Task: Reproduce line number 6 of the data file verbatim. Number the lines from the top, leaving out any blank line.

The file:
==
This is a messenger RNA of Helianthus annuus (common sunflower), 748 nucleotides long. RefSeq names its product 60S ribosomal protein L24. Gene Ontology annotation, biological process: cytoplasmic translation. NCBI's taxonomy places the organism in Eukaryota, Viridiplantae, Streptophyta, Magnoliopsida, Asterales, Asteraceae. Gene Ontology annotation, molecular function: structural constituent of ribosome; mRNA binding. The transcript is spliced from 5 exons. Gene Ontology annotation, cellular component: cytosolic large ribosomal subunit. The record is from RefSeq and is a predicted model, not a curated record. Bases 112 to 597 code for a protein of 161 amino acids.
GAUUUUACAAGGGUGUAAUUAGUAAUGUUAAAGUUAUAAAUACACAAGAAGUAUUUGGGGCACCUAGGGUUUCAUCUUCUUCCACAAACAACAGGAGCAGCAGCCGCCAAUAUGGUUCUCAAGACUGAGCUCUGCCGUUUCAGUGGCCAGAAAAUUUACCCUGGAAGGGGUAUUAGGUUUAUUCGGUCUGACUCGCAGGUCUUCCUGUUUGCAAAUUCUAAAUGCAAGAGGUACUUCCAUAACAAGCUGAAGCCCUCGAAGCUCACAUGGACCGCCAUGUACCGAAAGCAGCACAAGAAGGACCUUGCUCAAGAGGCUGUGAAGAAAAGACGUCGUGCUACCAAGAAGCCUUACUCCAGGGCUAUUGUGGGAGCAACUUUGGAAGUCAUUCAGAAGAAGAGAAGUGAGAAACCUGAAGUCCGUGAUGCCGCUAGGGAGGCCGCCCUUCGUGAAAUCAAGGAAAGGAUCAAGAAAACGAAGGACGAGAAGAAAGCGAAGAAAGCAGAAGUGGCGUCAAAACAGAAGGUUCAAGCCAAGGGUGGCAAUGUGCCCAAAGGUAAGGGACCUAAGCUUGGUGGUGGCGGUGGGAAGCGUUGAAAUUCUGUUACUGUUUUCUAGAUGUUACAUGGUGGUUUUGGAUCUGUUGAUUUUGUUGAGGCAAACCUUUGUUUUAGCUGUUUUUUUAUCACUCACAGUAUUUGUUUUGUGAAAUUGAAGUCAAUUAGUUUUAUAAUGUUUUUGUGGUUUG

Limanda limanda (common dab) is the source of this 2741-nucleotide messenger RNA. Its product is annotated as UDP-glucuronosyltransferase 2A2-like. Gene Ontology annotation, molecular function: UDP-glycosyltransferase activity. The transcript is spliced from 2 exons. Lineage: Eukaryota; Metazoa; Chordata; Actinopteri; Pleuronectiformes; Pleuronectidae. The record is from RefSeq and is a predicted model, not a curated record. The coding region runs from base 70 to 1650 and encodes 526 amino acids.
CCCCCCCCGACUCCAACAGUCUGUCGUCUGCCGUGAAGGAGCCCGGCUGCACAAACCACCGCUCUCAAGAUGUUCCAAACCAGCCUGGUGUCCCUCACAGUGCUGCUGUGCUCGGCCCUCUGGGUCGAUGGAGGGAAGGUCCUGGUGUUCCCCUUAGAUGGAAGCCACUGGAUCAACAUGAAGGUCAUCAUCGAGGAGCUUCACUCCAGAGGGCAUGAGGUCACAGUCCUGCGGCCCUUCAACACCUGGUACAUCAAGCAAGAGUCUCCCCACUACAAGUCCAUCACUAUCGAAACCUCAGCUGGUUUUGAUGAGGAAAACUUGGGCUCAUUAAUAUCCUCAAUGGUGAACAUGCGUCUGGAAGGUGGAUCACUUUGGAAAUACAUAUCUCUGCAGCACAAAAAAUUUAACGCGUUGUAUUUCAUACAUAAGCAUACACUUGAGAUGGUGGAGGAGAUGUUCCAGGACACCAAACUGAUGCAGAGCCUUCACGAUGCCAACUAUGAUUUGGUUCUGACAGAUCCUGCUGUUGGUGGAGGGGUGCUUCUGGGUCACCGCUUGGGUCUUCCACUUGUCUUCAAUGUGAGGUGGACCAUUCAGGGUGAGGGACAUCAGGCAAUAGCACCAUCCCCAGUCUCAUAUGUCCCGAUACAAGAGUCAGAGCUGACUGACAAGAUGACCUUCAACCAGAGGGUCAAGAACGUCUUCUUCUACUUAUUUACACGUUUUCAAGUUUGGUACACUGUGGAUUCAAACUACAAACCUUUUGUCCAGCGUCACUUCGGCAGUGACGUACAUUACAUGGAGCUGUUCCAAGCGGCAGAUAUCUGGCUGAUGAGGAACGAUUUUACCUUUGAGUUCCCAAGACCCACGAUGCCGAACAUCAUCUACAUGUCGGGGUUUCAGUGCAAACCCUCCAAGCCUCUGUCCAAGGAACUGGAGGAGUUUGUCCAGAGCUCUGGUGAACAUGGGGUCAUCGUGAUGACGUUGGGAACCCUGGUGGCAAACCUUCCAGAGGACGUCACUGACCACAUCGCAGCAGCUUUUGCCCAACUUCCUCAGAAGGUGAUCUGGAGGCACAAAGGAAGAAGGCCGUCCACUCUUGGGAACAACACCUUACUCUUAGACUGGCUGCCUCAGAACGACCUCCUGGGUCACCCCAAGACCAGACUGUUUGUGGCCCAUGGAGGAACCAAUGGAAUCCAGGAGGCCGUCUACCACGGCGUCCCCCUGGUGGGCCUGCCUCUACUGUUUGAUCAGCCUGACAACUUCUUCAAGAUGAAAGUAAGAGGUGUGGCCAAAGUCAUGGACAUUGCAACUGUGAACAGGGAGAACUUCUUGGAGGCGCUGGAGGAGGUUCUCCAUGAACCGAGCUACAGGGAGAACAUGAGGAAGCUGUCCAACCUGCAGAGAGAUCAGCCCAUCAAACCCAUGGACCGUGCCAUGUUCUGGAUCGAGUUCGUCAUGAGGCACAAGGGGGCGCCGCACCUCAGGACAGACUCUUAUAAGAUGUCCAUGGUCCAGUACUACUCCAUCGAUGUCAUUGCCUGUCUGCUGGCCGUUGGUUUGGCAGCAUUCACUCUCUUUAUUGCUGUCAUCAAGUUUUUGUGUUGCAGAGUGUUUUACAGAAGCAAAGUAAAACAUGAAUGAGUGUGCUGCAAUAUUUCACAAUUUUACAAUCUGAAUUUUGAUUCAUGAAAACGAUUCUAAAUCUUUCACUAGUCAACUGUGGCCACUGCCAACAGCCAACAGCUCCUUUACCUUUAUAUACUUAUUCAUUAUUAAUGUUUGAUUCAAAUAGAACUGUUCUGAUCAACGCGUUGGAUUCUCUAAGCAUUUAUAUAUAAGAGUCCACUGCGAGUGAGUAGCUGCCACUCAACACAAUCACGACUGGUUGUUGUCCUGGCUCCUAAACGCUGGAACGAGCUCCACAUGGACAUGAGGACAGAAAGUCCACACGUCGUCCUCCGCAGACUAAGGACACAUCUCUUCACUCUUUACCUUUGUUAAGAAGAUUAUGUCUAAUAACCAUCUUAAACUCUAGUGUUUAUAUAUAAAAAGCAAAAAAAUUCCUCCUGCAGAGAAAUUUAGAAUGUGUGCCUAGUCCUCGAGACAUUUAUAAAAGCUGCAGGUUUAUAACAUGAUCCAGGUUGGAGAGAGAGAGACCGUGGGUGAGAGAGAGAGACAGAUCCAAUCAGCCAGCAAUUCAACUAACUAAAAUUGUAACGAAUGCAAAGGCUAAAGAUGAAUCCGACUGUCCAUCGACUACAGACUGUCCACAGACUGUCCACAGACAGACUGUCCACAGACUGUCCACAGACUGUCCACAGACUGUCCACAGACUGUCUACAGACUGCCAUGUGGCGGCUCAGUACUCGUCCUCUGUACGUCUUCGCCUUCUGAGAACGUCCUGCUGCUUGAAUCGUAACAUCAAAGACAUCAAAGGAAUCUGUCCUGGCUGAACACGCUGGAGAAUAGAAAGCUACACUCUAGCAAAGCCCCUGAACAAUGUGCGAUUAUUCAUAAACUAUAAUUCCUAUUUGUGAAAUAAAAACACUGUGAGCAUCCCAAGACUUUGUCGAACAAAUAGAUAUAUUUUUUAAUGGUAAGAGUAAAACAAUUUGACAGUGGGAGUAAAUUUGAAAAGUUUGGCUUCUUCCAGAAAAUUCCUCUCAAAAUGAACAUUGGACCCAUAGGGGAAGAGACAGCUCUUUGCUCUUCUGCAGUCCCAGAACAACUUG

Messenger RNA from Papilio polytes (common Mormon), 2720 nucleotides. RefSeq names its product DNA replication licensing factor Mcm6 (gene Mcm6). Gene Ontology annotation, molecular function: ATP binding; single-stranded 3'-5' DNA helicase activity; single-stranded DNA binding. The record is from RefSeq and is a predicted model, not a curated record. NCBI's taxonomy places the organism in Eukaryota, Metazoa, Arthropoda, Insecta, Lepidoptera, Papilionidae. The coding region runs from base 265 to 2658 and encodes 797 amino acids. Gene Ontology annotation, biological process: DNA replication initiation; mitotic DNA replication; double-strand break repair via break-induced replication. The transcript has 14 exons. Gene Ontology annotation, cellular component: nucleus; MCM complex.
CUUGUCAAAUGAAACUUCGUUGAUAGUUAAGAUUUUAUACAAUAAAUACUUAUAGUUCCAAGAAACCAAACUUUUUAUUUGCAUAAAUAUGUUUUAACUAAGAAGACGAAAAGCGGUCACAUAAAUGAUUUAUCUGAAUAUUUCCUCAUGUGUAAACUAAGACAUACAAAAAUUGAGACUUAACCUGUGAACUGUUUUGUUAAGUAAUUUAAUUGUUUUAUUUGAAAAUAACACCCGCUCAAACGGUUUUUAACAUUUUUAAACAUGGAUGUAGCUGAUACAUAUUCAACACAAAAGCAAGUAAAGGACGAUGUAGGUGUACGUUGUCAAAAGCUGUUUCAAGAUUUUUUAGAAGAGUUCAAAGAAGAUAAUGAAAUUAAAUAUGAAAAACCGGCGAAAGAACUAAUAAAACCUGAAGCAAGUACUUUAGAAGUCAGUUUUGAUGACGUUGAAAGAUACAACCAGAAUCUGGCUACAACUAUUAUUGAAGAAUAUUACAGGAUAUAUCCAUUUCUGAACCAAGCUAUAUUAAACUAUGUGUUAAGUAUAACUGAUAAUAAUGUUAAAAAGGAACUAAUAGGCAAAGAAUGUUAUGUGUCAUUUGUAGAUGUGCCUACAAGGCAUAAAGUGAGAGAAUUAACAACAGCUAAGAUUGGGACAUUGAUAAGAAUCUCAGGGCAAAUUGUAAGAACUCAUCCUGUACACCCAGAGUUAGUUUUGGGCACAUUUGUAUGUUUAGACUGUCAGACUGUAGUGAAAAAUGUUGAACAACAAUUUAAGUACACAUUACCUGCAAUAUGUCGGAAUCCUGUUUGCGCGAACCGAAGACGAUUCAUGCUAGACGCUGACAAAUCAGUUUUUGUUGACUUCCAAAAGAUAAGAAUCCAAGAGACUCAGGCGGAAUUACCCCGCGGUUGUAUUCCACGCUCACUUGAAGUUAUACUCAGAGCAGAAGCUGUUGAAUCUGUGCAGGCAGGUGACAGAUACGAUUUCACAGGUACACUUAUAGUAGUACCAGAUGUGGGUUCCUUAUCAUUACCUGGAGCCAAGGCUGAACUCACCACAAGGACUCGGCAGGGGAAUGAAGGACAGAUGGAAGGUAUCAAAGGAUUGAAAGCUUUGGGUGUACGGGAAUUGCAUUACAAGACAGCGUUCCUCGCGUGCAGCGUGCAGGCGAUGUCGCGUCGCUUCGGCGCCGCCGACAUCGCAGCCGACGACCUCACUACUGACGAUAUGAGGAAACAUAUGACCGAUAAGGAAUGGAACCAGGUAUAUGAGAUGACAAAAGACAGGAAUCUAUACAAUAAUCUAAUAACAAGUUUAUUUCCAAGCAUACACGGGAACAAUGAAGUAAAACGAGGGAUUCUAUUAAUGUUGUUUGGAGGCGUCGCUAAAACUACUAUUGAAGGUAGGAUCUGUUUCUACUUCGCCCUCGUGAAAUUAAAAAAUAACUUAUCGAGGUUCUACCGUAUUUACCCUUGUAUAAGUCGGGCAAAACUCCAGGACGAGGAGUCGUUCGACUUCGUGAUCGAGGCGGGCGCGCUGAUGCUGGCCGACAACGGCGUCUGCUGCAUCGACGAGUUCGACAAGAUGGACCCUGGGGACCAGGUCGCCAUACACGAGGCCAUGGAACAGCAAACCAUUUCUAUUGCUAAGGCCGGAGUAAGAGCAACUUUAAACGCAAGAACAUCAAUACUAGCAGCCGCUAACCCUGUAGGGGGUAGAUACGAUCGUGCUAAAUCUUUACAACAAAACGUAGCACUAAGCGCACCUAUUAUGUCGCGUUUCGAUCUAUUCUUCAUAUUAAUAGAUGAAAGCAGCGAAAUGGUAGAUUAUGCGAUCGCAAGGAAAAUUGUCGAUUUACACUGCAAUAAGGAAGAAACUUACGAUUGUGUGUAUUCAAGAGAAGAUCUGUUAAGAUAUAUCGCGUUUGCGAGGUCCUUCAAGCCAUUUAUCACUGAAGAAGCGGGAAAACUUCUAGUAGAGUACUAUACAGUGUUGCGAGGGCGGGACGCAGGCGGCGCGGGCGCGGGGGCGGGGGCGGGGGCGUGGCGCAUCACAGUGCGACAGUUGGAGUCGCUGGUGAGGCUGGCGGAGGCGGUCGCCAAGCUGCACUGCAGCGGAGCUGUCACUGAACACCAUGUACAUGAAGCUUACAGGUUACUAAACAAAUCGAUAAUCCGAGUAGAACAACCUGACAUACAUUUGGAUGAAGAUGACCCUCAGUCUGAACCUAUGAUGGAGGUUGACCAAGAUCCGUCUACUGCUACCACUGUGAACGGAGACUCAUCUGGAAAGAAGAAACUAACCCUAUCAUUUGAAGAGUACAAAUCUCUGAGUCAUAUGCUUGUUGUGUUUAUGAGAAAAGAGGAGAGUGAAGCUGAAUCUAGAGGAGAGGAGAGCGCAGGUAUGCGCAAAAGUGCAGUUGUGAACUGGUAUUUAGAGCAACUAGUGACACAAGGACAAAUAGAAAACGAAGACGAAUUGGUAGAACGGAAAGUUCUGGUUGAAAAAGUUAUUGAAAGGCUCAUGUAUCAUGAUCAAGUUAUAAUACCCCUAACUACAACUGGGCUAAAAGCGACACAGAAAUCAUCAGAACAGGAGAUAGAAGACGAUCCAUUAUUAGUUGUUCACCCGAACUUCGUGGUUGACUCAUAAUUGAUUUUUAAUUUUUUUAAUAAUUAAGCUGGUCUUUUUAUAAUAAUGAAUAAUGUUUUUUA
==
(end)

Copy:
CUUGUCAAAUGAAACUUCGUUGAUAGUUAAGAUUUUAUACAAUAAAUACUUAUAGUUCCAAGAAACCAAACUUUUUAUUUGCAUAAAUAUGUUUUAACUAAGAAGACGAAAAGCGGUCACAUAAAUGAUUUAUCUGAAUAUUUCCUCAUGUGUAAACUAAGACAUACAAAAAUUGAGACUUAACCUGUGAACUGUUUUGUUAAGUAAUUUAAUUGUUUUAUUUGAAAAUAACACCCGCUCAAACGGUUUUUAACAUUUUUAAACAUGGAUGUAGCUGAUACAUAUUCAACACAAAAGCAAGUAAAGGACGAUGUAGGUGUACGUUGUCAAAAGCUGUUUCAAGAUUUUUUAGAAGAGUUCAAAGAAGAUAAUGAAAUUAAAUAUGAAAAACCGGCGAAAGAACUAAUAAAACCUGAAGCAAGUACUUUAGAAGUCAGUUUUGAUGACGUUGAAAGAUACAACCAGAAUCUGGCUACAACUAUUAUUGAAGAAUAUUACAGGAUAUAUCCAUUUCUGAACCAAGCUAUAUUAAACUAUGUGUUAAGUAUAACUGAUAAUAAUGUUAAAAAGGAACUAAUAGGCAAAGAAUGUUAUGUGUCAUUUGUAGAUGUGCCUACAAGGCAUAAAGUGAGAGAAUUAACAACAGCUAAGAUUGGGACAUUGAUAAGAAUCUCAGGGCAAAUUGUAAGAACUCAUCCUGUACACCCAGAGUUAGUUUUGGGCACAUUUGUAUGUUUAGACUGUCAGACUGUAGUGAAAAAUGUUGAACAACAAUUUAAGUACACAUUACCUGCAAUAUGUCGGAAUCCUGUUUGCGCGAACCGAAGACGAUUCAUGCUAGACGCUGACAAAUCAGUUUUUGUUGACUUCCAAAAGAUAAGAAUCCAAGAGACUCAGGCGGAAUUACCCCGCGGUUGUAUUCCACGCUCACUUGAAGUUAUACUCAGAGCAGAAGCUGUUGAAUCUGUGCAGGCAGGUGACAGAUACGAUUUCACAGGUACACUUAUAGUAGUACCAGAUGUGGGUUCCUUAUCAUUACCUGGAGCCAAGGCUGAACUCACCACAAGGACUCGGCAGGGGAAUGAAGGACAGAUGGAAGGUAUCAAAGGAUUGAAAGCUUUGGGUGUACGGGAAUUGCAUUACAAGACAGCGUUCCUCGCGUGCAGCGUGCAGGCGAUGUCGCGUCGCUUCGGCGCCGCCGACAUCGCAGCCGACGACCUCACUACUGACGAUAUGAGGAAACAUAUGACCGAUAAGGAAUGGAACCAGGUAUAUGAGAUGACAAAAGACAGGAAUCUAUACAAUAAUCUAAUAACAAGUUUAUUUCCAAGCAUACACGGGAACAAUGAAGUAAAACGAGGGAUUCUAUUAAUGUUGUUUGGAGGCGUCGCUAAAACUACUAUUGAAGGUAGGAUCUGUUUCUACUUCGCCCUCGUGAAAUUAAAAAAUAACUUAUCGAGGUUCUACCGUAUUUACCCUUGUAUAAGUCGGGCAAAACUCCAGGACGAGGAGUCGUUCGACUUCGUGAUCGAGGCGGGCGCGCUGAUGCUGGCCGACAACGGCGUCUGCUGCAUCGACGAGUUCGACAAGAUGGACCCUGGGGACCAGGUCGCCAUACACGAGGCCAUGGAACAGCAAACCAUUUCUAUUGCUAAGGCCGGAGUAAGAGCAACUUUAAACGCAAGAACAUCAAUACUAGCAGCCGCUAACCCUGUAGGGGGUAGAUACGAUCGUGCUAAAUCUUUACAACAAAACGUAGCACUAAGCGCACCUAUUAUGUCGCGUUUCGAUCUAUUCUUCAUAUUAAUAGAUGAAAGCAGCGAAAUGGUAGAUUAUGCGAUCGCAAGGAAAAUUGUCGAUUUACACUGCAAUAAGGAAGAAACUUACGAUUGUGUGUAUUCAAGAGAAGAUCUGUUAAGAUAUAUCGCGUUUGCGAGGUCCUUCAAGCCAUUUAUCACUGAAGAAGCGGGAAAACUUCUAGUAGAGUACUAUACAGUGUUGCGAGGGCGGGACGCAGGCGGCGCGGGCGCGGGGGCGGGGGCGGGGGCGUGGCGCAUCACAGUGCGACAGUUGGAGUCGCUGGUGAGGCUGGCGGAGGCGGUCGCCAAGCUGCACUGCAGCGGAGCUGUCACUGAACACCAUGUACAUGAAGCUUACAGGUUACUAAACAAAUCGAUAAUCCGAGUAGAACAACCUGACAUACAUUUGGAUGAAGAUGACCCUCAGUCUGAACCUAUGAUGGAGGUUGACCAAGAUCCGUCUACUGCUACCACUGUGAACGGAGACUCAUCUGGAAAGAAGAAACUAACCCUAUCAUUUGAAGAGUACAAAUCUCUGAGUCAUAUGCUUGUUGUGUUUAUGAGAAAAGAGGAGAGUGAAGCUGAAUCUAGAGGAGAGGAGAGCGCAGGUAUGCGCAAAAGUGCAGUUGUGAACUGGUAUUUAGAGCAACUAGUGACACAAGGACAAAUAGAAAACGAAGACGAAUUGGUAGAACGGAAAGUUCUGGUUGAAAAAGUUAUUGAAAGGCUCAUGUAUCAUGAUCAAGUUAUAAUACCCCUAACUACAACUGGGCUAAAAGCGACACAGAAAUCAUCAGAACAGGAGAUAGAAGACGAUCCAUUAUUAGUUGUUCACCCGAACUUCGUGGUUGACUCAUAAUUGAUUUUUAAUUUUUUUAAUAAUUAAGCUGGUCUUUUUAUAAUAAUGAAUAAUGUUUUUUA